British photographer and filmmaker Geoff Tompkinson has worked for National Geographer and GEO, among other media companies. In recent years, he has been one of the pioneers who has been developing timelapse photography. Tompkinson has taken it even further and developed a technique he calls Hyperzoom. The technique is so exciting that it is almost as amazing as the scene in the movie Blade Runner where the detectives zoom behind a corner.
Tompkinson’s objective was to establish a technique that lets the viewer (or camera) travel from a place to another. For instance, you spot an object on the other side of a lake, and the camera takes you over the lake right there where the object is. The viewer (with the camera) can even travel through windows and doors if they happen to be on the way.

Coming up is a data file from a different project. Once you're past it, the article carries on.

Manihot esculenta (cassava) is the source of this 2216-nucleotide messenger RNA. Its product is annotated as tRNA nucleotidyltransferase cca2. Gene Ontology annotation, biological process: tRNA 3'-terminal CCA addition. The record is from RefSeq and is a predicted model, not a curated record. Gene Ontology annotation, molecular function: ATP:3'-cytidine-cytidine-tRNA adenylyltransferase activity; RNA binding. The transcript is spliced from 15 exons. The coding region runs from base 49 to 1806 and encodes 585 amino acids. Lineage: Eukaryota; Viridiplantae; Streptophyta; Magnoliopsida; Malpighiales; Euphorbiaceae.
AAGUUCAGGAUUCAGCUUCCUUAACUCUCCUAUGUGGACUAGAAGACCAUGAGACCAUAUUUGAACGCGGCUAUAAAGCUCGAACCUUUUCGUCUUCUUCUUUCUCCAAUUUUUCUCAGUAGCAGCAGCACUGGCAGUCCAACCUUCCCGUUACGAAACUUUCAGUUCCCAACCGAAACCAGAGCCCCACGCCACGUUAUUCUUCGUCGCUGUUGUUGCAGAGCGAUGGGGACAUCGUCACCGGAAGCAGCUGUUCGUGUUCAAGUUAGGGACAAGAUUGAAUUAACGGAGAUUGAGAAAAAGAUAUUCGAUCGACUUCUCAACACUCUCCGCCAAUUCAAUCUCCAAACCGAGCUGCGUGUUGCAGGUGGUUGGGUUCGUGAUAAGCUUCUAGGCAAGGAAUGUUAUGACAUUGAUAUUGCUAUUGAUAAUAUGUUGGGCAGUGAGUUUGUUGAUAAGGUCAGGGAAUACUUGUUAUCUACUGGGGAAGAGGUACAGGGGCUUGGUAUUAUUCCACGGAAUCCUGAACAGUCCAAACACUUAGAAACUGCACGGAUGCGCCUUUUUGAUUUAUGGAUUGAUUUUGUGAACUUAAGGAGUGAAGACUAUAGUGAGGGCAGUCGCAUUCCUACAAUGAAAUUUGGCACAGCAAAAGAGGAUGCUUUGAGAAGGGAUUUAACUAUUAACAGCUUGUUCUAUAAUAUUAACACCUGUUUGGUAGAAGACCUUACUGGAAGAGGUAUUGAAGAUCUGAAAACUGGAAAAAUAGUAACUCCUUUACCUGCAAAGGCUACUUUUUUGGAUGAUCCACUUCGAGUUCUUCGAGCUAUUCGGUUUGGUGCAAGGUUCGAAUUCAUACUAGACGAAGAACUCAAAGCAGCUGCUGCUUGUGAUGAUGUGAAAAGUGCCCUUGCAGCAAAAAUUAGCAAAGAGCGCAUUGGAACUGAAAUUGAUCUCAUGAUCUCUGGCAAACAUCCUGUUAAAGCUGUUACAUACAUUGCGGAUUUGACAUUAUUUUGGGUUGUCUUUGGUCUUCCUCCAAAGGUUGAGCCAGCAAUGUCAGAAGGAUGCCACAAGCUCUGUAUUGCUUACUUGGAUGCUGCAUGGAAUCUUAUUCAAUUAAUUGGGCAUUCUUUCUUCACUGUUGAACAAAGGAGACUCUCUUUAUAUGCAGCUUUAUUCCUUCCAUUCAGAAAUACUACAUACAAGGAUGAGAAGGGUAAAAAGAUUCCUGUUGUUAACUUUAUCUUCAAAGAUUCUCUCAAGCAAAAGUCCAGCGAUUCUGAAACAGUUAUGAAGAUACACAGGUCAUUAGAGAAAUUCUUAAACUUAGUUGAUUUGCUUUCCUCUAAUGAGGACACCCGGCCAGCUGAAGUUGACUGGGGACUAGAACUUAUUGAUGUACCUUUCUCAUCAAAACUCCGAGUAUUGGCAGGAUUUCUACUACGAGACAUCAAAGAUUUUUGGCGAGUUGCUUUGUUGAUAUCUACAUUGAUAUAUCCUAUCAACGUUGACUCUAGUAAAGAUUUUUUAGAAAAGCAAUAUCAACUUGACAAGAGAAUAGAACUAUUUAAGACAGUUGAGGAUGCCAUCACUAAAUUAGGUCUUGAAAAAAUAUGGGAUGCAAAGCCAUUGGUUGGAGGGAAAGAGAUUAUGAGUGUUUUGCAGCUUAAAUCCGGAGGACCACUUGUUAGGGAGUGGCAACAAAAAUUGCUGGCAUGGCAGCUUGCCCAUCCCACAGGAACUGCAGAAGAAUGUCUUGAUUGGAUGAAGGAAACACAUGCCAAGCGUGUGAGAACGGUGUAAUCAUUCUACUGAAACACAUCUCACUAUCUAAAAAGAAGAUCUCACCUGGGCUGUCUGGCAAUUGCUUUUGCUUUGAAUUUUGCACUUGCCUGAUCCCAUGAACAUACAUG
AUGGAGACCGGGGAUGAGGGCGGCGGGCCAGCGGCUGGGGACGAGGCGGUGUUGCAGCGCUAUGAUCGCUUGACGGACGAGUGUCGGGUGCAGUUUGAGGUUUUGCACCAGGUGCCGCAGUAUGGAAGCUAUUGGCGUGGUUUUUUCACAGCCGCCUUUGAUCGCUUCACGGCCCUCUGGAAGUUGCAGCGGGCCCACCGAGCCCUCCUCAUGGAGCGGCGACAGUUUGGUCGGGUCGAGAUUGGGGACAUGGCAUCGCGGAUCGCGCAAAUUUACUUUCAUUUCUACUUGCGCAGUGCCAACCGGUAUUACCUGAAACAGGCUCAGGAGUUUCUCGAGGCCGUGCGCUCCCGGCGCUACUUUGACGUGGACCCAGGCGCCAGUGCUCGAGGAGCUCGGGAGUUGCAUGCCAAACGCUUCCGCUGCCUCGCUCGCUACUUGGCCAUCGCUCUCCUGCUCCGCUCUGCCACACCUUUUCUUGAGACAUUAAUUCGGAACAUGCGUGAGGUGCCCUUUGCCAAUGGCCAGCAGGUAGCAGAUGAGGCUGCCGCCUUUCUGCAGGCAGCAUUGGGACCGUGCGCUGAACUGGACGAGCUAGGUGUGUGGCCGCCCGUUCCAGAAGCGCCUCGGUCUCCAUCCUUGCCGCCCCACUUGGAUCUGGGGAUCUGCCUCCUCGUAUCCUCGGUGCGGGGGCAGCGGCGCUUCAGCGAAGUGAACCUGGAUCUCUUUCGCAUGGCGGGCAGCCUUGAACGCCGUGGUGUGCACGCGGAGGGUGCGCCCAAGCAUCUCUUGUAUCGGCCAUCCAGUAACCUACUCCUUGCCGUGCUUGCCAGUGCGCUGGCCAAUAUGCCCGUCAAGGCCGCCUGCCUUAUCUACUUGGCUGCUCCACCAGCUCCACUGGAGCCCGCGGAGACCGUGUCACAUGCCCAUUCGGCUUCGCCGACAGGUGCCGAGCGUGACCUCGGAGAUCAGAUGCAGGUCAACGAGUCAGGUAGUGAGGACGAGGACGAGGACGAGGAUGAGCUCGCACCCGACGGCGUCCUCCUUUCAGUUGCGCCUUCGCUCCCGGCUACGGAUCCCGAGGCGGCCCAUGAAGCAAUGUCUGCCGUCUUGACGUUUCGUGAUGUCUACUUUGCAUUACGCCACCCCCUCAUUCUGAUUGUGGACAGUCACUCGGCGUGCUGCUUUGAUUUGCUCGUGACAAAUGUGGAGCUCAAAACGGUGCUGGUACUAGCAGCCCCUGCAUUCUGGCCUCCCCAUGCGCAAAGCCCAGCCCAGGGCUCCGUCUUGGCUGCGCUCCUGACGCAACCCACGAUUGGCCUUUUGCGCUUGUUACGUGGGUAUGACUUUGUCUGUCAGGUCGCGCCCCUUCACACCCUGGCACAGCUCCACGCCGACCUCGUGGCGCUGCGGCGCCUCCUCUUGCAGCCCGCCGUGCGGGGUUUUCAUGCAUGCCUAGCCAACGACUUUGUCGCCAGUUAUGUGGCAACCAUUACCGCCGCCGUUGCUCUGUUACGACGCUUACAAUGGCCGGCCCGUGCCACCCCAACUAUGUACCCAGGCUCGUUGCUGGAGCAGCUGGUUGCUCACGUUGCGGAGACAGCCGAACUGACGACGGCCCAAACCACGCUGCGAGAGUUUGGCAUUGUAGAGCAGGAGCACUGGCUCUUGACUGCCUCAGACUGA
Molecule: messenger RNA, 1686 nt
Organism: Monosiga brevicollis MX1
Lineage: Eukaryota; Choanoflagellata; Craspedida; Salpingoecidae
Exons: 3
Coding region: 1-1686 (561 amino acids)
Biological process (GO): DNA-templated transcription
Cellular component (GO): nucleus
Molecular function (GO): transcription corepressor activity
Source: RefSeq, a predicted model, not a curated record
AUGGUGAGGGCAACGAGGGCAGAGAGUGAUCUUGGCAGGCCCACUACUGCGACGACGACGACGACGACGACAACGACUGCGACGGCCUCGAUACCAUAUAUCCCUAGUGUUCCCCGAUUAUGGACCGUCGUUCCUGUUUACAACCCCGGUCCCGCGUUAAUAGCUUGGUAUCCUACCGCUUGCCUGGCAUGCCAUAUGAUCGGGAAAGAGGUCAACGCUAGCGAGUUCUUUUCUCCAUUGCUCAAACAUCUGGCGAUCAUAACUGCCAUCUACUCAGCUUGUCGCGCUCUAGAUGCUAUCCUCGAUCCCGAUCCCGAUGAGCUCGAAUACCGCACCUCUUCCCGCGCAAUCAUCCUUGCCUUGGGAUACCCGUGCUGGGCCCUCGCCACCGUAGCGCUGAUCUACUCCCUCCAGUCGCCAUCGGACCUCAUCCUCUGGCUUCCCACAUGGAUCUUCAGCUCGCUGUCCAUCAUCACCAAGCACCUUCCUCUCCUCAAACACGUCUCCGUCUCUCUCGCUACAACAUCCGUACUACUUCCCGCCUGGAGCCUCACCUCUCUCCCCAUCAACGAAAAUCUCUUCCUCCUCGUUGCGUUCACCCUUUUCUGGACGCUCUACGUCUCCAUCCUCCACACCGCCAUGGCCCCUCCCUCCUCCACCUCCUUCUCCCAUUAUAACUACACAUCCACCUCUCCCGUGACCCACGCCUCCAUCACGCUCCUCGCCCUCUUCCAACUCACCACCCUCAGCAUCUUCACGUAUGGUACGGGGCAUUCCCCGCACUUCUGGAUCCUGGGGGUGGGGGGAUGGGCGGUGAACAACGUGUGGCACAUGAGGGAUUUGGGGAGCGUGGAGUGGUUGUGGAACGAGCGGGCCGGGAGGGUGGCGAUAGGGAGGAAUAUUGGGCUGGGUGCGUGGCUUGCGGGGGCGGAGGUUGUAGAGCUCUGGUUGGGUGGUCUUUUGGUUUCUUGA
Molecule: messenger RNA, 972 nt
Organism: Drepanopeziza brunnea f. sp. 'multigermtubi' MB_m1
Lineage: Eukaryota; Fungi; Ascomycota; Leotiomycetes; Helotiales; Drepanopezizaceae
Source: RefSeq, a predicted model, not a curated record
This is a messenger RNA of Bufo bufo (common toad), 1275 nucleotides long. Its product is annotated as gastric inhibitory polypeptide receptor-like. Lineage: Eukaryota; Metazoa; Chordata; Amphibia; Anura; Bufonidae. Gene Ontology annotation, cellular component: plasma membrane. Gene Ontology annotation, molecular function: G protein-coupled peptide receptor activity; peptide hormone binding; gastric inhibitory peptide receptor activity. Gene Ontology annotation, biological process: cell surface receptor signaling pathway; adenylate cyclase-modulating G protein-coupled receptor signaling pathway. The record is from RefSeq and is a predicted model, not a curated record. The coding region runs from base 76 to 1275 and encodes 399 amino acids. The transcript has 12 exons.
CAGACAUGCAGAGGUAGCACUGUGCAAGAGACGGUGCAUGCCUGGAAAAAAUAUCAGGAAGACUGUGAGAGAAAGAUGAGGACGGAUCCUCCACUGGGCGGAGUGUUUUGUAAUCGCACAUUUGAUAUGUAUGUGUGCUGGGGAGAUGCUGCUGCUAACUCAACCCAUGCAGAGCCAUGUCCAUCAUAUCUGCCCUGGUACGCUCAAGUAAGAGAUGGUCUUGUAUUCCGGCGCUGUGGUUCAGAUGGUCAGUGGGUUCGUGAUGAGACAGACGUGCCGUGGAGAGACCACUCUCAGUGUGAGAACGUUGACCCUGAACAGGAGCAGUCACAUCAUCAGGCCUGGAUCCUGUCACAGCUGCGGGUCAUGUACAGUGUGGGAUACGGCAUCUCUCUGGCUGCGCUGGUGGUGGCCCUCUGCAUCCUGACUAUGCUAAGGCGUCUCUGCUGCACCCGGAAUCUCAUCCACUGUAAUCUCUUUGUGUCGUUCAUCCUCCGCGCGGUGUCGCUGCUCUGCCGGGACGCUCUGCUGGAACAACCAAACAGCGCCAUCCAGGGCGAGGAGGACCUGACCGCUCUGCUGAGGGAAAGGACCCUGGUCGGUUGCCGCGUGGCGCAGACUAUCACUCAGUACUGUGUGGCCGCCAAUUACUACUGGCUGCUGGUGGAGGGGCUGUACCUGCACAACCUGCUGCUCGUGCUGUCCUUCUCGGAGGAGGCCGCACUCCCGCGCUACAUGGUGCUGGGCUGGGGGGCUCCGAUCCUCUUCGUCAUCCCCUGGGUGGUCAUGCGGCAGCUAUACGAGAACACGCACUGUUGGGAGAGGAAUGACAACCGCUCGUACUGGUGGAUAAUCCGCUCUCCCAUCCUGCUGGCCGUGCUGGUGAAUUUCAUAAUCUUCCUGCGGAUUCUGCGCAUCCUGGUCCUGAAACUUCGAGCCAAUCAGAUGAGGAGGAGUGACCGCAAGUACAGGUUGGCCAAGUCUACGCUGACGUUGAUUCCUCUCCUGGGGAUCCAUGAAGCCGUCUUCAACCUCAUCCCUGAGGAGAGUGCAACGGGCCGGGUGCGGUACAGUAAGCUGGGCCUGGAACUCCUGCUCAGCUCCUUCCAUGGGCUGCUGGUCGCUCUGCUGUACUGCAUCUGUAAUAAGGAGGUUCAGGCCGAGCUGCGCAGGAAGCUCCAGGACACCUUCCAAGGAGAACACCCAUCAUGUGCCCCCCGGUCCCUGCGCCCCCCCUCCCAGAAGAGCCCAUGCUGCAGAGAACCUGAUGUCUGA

When Tompkinson filmed in a village of Hallstatt in Austria (you can see the result in the video below), he had 15 pre-planned positions for his camera. When photos taken in these positions are carefully merged into a hyperlapse video, the result is simply amazing – a Hyperzoom video.
It can take a whole month to produce a high quality 90 second Hyperzoom video. Thousands of photographs are edited and merged into one image stream that creates the illusion of movement.
Geoff Tompkinson reveals a couple of secrets to DW how he creates his amazing hyperzoom video films:
You can view Tompkinson’s other hyperzoom videos at his home page.